Entrance Requirements:

Options: Common Application, electronic application, early admission, deferred admission, international baccalaureate accepted. Required: minimum 2.0 high school GPA, SAT or ACT. Required for some: high school transcript. Entrance: moderately difficult. Application deadline: Rolling. Notification: continuous.

Costs Per Year:

Application fee: $25. State resident tuition: $3932 full-time, $155.75 per credit hour part-time. Nonresident tuition: $10,634 full-time, $423.25 per credit hour part-time. Full-time tuition varies according to degree level, location, program, and reciprocity agreements. Part-time tuition varies according to course load, degree level, location, program, and reciprocity agreements. College room and board: $6272. College room only: $3496. Room and board charges vary according to board plan and housing facility.

Collegiate Environment:

Orientation program. Drama-theater group, choral group, marching band, student-run newspaper, radio station. Social organizations: 75 open to all; national fraternities, national sororities; 8% of eligible men and 4% of eligible women are members. Most popular organizations: Campus Crusade for Christ, Gamma Beta Phi, The International Students' Organization, Newman Association, Phi Alpha Theta. Major annual events: homecoming, Spring Fest, Independence Daze. Student services: legal services, health clinic, personal-psychological counseling, women's center. Campus security: 24-hour emergency response devices and patrols, student patrols, late night transport-escort service, controlled dormitory access. 2,200 college housing spaces available. Freshmen guaranteed college housing. On-campus residence required through sophomore year. Options: coed, men-only, women-only housing available. John Deaver Drinko Library plus 2 others with 478,274 books, 972,106 microform titles, 5,314 serials, 24,759 audiovisual materials, an OPAC, and a Web page. Operations spending for 2004 fiscal year: $2.4 million. 1,854 computers available on campus for general student use. A campuswide network can be accessed from student residence rooms and from off campus. Staffed computer lab on campus.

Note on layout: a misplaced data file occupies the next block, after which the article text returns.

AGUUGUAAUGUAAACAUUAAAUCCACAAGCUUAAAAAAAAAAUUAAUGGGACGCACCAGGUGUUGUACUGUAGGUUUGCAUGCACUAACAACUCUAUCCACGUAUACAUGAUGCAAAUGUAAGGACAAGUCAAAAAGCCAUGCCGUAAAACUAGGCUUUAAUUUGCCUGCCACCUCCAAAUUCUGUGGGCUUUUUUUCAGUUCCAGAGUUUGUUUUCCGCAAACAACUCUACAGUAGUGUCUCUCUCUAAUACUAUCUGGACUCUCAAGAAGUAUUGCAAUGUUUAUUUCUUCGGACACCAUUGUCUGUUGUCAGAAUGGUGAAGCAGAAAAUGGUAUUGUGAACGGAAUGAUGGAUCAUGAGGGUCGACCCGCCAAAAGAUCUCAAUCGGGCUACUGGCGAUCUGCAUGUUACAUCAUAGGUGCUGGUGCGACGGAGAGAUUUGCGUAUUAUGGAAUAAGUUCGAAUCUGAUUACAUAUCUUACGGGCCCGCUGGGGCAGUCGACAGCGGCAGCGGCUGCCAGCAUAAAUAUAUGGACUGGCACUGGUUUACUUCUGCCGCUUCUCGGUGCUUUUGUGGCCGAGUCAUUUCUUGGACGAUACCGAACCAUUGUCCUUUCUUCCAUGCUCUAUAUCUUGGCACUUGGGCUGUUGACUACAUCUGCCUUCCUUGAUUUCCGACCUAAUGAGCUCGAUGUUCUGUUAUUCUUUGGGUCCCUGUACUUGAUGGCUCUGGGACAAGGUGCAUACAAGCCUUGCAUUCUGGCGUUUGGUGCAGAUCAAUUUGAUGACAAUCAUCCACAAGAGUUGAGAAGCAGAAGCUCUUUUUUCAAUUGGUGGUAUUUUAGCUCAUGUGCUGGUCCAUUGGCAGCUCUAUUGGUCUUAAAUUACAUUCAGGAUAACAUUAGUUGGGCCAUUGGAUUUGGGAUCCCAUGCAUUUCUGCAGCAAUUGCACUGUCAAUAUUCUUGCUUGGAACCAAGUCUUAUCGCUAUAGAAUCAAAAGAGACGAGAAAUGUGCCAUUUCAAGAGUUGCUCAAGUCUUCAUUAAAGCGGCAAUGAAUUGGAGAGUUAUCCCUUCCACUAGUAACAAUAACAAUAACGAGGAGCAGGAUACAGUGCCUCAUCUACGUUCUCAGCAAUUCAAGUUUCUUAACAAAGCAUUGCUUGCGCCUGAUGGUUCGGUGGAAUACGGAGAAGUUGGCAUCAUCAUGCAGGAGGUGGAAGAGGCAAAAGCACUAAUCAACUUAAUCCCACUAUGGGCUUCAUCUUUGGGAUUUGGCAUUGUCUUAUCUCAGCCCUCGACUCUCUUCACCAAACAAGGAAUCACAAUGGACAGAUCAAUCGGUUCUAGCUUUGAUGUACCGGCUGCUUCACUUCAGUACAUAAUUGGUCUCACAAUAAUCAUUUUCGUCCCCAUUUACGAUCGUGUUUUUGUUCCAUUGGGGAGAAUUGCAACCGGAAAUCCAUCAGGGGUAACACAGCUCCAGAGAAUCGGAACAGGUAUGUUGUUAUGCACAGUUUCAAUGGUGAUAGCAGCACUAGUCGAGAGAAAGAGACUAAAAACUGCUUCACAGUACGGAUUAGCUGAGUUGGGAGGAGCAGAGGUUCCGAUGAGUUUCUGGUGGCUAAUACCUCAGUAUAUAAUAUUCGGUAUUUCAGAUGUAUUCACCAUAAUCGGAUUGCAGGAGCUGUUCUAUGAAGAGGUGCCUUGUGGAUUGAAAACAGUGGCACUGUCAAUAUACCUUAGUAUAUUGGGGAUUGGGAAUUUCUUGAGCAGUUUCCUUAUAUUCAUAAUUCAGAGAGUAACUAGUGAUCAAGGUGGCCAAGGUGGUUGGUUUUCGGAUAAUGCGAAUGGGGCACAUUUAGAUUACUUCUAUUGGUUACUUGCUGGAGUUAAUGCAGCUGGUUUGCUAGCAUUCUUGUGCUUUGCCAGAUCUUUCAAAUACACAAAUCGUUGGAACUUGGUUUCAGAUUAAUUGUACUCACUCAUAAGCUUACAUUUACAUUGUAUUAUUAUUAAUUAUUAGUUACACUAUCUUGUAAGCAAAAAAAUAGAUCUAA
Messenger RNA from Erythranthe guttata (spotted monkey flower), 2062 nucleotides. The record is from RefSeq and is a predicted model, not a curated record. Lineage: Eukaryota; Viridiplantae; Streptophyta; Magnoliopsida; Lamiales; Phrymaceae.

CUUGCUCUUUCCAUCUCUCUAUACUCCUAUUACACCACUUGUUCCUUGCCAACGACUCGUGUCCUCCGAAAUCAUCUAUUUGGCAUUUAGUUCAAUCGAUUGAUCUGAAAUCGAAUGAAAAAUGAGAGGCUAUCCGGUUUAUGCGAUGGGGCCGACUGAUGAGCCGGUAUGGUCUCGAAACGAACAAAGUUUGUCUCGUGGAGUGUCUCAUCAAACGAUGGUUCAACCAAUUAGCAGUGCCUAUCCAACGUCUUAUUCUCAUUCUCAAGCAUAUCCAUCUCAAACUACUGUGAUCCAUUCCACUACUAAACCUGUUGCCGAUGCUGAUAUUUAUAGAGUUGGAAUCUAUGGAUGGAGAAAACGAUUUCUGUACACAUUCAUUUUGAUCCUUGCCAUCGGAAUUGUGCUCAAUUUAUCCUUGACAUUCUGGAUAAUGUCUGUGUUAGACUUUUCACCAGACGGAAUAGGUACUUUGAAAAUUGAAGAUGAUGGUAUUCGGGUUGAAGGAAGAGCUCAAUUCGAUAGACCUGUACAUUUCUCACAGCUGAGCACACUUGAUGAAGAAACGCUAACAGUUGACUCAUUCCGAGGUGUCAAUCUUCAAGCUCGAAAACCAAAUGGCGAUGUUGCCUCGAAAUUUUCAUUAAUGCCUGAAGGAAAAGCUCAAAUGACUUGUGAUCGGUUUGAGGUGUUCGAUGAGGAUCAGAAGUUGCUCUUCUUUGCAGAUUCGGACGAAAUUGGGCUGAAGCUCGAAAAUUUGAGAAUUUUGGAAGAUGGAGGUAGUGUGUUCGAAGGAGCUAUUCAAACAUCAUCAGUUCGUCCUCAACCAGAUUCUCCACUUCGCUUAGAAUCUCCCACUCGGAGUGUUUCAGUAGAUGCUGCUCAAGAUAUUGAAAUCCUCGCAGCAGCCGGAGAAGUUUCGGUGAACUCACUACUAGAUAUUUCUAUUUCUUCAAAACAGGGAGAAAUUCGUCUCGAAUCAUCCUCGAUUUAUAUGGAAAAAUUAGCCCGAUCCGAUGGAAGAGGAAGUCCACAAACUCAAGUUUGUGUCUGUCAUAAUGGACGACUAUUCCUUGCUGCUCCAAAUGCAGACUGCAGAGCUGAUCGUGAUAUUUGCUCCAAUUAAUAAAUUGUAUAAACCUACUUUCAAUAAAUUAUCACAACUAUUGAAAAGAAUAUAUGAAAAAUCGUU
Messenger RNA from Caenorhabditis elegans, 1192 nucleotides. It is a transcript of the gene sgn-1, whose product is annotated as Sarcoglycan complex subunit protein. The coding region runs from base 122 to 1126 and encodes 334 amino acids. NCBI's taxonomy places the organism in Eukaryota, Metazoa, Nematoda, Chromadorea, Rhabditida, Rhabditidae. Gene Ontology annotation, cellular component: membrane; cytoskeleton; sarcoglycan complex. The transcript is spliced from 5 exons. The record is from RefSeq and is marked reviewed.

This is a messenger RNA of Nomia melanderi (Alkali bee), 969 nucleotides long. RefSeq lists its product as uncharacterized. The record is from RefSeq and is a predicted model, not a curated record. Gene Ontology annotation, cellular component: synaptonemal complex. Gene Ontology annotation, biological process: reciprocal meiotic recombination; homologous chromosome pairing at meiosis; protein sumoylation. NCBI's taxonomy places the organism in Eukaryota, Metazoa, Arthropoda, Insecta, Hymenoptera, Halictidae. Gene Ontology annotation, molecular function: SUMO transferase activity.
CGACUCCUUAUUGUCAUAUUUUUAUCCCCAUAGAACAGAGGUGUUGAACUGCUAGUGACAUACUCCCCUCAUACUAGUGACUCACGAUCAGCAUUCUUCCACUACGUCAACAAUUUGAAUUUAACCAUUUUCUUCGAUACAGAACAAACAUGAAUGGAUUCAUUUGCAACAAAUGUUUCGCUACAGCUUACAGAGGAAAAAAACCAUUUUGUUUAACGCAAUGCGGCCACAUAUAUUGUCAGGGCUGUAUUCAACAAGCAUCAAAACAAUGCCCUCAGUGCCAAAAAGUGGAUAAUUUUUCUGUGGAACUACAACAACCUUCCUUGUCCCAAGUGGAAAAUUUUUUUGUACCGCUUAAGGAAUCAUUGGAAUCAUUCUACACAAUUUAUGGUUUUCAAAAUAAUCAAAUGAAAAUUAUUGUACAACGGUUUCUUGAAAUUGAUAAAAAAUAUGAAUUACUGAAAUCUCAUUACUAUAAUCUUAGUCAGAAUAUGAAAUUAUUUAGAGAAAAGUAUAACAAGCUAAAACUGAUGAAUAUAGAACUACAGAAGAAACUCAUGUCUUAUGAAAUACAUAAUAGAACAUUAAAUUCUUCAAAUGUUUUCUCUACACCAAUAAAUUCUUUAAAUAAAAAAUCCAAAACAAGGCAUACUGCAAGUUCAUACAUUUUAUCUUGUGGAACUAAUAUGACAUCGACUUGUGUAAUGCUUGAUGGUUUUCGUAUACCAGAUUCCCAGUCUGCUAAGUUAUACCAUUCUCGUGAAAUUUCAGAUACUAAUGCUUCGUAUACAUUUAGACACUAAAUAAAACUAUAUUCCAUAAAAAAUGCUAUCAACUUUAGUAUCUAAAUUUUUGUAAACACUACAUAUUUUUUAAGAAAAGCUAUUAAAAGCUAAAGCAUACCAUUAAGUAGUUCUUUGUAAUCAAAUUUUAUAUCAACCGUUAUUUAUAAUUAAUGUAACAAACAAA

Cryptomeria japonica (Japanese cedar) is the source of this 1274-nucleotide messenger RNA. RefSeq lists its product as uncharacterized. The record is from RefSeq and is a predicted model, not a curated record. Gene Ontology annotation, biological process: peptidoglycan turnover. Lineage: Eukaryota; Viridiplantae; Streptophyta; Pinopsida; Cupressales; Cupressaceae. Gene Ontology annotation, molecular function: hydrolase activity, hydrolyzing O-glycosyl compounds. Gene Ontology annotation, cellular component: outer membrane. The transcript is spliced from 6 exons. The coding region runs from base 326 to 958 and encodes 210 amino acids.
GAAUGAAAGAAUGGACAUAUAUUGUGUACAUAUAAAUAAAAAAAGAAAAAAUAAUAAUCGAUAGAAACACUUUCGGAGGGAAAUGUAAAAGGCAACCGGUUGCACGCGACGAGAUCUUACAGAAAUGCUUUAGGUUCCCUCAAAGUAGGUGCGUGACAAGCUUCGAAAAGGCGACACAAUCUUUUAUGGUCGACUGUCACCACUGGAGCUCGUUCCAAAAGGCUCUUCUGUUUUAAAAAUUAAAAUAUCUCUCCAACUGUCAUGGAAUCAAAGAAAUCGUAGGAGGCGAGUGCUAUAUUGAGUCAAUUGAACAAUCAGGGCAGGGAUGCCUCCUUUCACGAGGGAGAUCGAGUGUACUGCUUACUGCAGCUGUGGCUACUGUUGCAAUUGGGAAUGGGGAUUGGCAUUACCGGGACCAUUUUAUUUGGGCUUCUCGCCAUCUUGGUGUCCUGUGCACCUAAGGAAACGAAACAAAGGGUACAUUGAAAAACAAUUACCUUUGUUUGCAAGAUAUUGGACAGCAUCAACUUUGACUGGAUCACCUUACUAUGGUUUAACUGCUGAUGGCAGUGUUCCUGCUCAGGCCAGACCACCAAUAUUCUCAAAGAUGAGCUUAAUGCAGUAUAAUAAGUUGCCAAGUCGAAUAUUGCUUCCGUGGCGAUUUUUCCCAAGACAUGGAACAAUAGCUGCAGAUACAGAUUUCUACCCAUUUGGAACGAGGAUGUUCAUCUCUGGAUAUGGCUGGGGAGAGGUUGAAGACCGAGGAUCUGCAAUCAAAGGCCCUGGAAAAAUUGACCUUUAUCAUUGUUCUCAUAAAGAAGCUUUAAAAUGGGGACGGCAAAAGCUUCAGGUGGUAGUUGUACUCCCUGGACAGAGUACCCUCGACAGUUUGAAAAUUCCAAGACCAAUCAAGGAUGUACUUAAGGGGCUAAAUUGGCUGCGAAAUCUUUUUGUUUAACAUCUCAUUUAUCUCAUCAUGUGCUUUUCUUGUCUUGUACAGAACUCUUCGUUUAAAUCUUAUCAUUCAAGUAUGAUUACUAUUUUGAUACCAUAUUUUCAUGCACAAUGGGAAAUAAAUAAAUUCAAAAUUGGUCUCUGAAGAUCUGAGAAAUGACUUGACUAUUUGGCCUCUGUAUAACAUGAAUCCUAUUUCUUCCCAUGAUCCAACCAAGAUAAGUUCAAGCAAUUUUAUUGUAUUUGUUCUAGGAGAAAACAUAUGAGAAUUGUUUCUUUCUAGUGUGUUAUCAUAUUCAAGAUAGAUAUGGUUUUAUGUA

Community Environment: